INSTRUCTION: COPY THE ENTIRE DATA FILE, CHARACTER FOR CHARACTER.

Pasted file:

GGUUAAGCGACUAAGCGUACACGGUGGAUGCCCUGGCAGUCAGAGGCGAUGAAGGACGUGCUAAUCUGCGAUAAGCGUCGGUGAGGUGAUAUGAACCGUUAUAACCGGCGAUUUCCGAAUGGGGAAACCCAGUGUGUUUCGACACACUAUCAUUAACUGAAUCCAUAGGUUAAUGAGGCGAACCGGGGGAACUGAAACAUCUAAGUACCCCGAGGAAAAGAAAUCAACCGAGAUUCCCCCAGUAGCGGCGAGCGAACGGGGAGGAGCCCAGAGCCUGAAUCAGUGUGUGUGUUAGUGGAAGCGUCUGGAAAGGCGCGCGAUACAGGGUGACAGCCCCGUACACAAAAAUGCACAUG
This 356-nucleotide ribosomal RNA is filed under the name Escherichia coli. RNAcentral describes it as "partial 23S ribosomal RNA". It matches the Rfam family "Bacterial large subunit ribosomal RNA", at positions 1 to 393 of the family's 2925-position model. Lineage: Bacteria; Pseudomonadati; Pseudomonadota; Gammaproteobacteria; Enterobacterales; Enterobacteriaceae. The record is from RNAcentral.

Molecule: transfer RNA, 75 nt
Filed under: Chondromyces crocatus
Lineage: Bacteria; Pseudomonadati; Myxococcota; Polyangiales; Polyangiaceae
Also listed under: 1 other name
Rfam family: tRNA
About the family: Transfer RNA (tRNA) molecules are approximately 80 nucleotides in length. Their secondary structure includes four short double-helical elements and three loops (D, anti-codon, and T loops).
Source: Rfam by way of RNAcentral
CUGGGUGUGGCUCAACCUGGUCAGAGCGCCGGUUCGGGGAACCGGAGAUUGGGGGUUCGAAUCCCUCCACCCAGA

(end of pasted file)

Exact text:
GGUUAAGCGACUAAGCGUACACGGUGGAUGCCCUGGCAGUCAGAGGCGAUGAAGGACGUGCUAAUCUGCGAUAAGCGUCGGUGAGGUGAUAUGAACCGUUAUAACCGGCGAUUUCCGAAUGGGGAAACCCAGUGUGUUUCGACACACUAUCAUUAACUGAAUCCAUAGGUUAAUGAGGCGAACCGGGGGAACUGAAACAUCUAAGUACCCCGAGGAAAAGAAAUCAACCGAGAUUCCCCCAGUAGCGGCGAGCGAACGGGGAGGAGCCCAGAGCCUGAAUCAGUGUGUGUGUUAGUGGAAGCGUCUGGAAAGGCGCGCGAUACAGGGUGACAGCCCCGUACACAAAAAUGCACAUG
This 356-nucleotide ribosomal RNA is filed under the name Escherichia coli. RNAcentral describes it as "partial 23S ribosomal RNA". It matches the Rfam family "Bacterial large subunit ribosomal RNA", at positions 1 to 393 of the family's 2925-position model. Lineage: Bacteria; Pseudomonadati; Pseudomonadota; Gammaproteobacteria; Enterobacterales; Enterobacteriaceae. The record is from RNAcentral.

Molecule: transfer RNA, 75 nt
Filed under: Chondromyces crocatus
Lineage: Bacteria; Pseudomonadati; Myxococcota; Polyangiales; Polyangiaceae
Also listed under: 1 other name
Rfam family: tRNA
About the family: Transfer RNA (tRNA) molecules are approximately 80 nucleotides in length. Their secondary structure includes four short double-helical elements and three loops (D, anti-codon, and T loops).
Source: Rfam by way of RNAcentral
CUGGGUGUGGCUCAACCUGGUCAGAGCGCCGGUUCGGGGAACCGGAGAUUGGGGGUUCGAAUCCCUCCACCCAGA